MELISSA BLOCK, host:
Chicago's ban on foie gras took effect a year ago today. And so far, only one restaurant has been fined for serving the delicacy, which is the liver of a fattened goose or duck. The ban is just one of a number of Chicago laws that seek to change behavior.
As Chicago Public Radio's Adriene Hill reports, those laws aren't always enforced.
ADRIENE HILL: Chicago foodies still quest for foie gras, and some restaurants accommodate it in spite of the ban.
I'm here at Cyrano's Bistrot. It's lunchtime, just after 1:15, waiting to talk to the chef at a table, looking at the lunch menu - no foie gras on it. So I'll talk to the chef when he gets here about where it is because I've heard he should be able to find it.
Chef, how are you?
Cyrano chef Didier Durand has been at the forefront of the fight to overturn the city's foie gras ban. He says that today he does have the delicacy at his downtown Chicago restaurant, but only for customers who ask. And Durand has coined a name for this sort of restaurant - one reminiscent of Chicago during Prohibition.
Mr. DIDIER DURAND (Chef, Cyrano's Bistrot and Wine Bar): Duck-easies, you know, like speak-easies. They are called, you know, duck-easies.
HILL: Durand gets around the ban by not charging for the foie gras he serves. He charges instead for the salad that comes with it. And giving away foie gras in Chicago seems to be okay with the city's Health Department.
Spokesman Tim Hadac says his office has better things to do than enforce the ban.
Mr. TIM HADAC (Spokesman, Chicago's Health Deparment): Quite frankly, every hour we spend on foie gras is an hour we don't spend protecting people from food-borne illness.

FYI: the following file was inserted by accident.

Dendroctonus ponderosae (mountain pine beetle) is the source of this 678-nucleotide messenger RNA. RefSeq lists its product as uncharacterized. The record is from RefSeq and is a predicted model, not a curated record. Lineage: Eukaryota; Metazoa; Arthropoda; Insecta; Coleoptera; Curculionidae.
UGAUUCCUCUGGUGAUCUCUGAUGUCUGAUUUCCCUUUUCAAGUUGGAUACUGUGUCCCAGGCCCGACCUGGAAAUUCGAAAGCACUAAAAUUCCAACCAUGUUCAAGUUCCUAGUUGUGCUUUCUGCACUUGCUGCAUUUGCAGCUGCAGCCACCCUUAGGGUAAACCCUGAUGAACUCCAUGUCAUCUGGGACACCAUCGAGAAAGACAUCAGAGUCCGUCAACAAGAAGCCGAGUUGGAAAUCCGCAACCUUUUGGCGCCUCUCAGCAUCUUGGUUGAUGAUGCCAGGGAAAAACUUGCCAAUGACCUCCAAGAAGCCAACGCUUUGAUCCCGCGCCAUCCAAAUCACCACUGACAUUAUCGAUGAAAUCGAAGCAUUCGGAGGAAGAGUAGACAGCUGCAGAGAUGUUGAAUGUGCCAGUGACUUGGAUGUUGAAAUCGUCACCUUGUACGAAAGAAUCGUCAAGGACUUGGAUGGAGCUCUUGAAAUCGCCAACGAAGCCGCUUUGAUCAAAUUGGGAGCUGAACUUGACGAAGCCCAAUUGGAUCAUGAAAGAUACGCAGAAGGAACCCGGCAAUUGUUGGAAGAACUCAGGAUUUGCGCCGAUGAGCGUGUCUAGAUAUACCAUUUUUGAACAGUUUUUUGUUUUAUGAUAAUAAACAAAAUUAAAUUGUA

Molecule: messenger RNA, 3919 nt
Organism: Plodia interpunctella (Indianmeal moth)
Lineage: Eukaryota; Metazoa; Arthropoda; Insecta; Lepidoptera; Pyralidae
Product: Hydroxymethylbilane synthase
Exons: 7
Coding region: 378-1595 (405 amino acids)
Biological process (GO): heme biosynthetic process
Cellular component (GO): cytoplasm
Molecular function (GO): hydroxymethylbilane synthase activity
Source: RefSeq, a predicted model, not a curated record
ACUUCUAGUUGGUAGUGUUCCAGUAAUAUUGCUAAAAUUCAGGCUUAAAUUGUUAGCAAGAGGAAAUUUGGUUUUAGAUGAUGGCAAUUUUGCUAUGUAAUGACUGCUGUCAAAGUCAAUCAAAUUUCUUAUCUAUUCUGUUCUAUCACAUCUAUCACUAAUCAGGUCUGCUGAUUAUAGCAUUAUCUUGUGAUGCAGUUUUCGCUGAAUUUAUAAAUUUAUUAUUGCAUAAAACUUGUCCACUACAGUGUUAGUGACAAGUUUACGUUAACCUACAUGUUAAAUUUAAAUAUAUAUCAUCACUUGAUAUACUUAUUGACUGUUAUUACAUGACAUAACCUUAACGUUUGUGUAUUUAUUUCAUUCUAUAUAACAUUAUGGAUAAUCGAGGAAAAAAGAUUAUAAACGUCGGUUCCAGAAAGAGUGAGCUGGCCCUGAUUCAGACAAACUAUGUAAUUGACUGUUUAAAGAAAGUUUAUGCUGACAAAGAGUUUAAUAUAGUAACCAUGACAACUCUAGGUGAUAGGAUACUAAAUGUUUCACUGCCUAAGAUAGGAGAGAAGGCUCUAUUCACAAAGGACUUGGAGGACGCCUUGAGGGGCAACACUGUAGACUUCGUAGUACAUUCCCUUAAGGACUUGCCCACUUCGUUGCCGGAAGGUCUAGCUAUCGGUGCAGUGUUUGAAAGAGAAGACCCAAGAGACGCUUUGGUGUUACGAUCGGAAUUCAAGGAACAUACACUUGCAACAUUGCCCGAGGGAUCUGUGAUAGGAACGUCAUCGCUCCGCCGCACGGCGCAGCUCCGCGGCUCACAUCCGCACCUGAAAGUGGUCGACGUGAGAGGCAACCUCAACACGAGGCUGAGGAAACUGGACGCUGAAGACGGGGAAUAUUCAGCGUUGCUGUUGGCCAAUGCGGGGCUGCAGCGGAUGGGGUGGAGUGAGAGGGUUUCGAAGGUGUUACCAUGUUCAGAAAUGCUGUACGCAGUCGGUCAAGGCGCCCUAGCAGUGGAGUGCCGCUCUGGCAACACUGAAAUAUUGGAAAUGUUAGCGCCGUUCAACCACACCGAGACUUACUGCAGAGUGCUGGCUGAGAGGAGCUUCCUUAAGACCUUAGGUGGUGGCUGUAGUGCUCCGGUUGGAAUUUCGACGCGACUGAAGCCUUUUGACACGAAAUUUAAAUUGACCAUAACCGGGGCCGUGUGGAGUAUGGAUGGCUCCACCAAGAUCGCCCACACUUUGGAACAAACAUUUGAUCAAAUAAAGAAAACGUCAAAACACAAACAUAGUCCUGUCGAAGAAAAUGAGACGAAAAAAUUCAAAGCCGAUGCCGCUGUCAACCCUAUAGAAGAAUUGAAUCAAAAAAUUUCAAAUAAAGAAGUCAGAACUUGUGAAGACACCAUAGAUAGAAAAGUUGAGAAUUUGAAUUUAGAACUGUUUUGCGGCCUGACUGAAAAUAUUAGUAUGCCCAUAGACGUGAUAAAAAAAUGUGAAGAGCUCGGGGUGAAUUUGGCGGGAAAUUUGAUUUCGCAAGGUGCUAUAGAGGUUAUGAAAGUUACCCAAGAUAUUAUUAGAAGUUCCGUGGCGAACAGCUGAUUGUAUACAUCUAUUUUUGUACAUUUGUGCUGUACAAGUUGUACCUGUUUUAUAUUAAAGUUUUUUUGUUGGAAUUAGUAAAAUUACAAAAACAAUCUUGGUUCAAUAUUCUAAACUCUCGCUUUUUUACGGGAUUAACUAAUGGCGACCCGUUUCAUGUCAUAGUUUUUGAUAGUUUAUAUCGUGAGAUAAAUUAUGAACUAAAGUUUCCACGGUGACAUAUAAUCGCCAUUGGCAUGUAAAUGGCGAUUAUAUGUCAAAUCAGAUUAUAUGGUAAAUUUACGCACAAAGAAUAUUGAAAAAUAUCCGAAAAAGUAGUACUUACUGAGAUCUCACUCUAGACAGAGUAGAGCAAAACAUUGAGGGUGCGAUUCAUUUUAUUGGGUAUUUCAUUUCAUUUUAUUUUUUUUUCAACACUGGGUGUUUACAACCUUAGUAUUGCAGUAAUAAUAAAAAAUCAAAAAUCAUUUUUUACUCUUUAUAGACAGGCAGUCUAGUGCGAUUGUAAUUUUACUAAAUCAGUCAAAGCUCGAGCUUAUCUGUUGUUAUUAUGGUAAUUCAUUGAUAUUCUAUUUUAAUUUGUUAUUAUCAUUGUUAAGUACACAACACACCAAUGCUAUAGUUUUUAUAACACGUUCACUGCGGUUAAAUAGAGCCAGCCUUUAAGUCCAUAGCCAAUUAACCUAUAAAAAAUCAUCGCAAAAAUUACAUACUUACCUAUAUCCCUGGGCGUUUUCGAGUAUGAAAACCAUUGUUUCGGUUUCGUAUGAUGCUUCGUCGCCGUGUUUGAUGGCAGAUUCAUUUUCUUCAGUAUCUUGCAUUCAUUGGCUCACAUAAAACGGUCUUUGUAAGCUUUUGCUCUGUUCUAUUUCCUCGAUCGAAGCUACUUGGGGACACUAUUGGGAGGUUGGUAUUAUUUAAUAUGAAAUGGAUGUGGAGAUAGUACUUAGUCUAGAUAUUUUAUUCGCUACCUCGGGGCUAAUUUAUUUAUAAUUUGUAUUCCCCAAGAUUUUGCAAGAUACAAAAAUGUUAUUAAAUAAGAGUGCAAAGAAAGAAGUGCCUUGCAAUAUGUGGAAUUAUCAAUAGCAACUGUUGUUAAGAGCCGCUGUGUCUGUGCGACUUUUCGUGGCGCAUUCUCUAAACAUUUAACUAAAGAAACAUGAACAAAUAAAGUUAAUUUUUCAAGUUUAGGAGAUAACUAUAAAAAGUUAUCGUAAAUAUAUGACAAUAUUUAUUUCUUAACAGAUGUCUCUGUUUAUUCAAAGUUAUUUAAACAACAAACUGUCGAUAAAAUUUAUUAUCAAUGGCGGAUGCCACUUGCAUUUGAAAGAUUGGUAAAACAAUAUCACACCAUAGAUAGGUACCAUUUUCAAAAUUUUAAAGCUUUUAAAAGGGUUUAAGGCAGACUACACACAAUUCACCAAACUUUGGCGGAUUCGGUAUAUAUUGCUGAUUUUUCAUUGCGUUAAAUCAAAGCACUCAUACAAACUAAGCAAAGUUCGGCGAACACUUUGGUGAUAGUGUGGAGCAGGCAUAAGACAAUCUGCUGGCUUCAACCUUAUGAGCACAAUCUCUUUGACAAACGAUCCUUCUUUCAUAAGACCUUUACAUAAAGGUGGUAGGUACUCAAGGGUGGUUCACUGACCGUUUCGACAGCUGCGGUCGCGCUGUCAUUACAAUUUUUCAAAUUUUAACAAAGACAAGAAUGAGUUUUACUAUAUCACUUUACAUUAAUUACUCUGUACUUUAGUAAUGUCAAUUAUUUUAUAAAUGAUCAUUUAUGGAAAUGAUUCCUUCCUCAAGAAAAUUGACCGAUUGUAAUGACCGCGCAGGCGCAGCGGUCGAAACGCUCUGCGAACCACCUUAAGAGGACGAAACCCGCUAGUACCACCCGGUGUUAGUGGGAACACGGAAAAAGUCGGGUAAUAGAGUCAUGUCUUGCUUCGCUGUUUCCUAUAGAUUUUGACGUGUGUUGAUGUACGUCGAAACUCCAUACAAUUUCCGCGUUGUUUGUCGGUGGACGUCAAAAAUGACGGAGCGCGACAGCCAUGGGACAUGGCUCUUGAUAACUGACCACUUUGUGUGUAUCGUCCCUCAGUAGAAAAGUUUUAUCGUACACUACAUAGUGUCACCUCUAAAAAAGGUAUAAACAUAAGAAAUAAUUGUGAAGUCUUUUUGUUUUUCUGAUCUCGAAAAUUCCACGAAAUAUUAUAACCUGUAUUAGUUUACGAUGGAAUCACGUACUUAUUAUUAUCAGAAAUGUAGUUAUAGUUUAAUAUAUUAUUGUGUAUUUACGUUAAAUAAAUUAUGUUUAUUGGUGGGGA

Professor PAUL GREEN (Political Science, Roosevelt University): It's nonsense because we've got real issues in Chicago including a budget crisis. We have to work on the Olympics for 2016, education, housing - the usual menu. Put it like this: if Chicago and its government was a menu, foie gras would not be on it.
HILL: Paul Green is a political science professor at Roosevelt University. He compares debating foie gras to going on a date and only holding hands - there's no real intensity, but to kill some time.
Chicago City councilmembers have proposed other similar laws over the years including a trans fat ban, a dress code for cab drivers, and a system for horse waste derided as horse diapers. There's a fireworks ban that's roundly ignored on holidays, and there's a law banning the use of handheld cell phones while driving. So far this year, police have issued about 9,000 tickets for that offense. Chicago motorists continue to drive with their phones pressed to their ears.
Truck driver Luquan(ph) Griffith says the cell phone ban is one that he supports.
Mr. LUQUAN GRIFFITH (Truck driver): So, yeah, that's a good, real good policy. They need to enforce it more.
HILL: And what do you think about the city's ban on foie gras?
Mr. GRIFFITH: On what?
HILL: On foie gras? It's the fattened liver of a goose or duck.
Mr. GRIFFITH: Well, I really don't know. I really don't pay attention to goose or duck.
HILL: Not paying attention - that's just the attitude Chicago Mayor Richard Daley thinks the city should take. At a press conference last year, he laid in to the city council.
Mayor RICHARD DALEY (Chicago): You can't eat this, you can't eat that. The city council will be sitting in your basic kitchen to determine whether or not what you should eat at a Sunday after church.
HILL: But Alderman Joe Moore, who pushed the foie gras ban says he stands by it.
Mr. JOE MOORE (Alderman of the 49th Ward, Chicago): Everyone keeps saying that the city is the laughingstock. I don't hear anybody laughing. I don't hear anyone else laughing about compassion or banning torture of creatures.
HILL: And he says he's ready to turn his attention to other pressing issues. One thing on the city council's agenda? Allowing dogs to sit next to owners at outdoor restaurants.
For NPR News, I'm Adriene Hill in Chicago.
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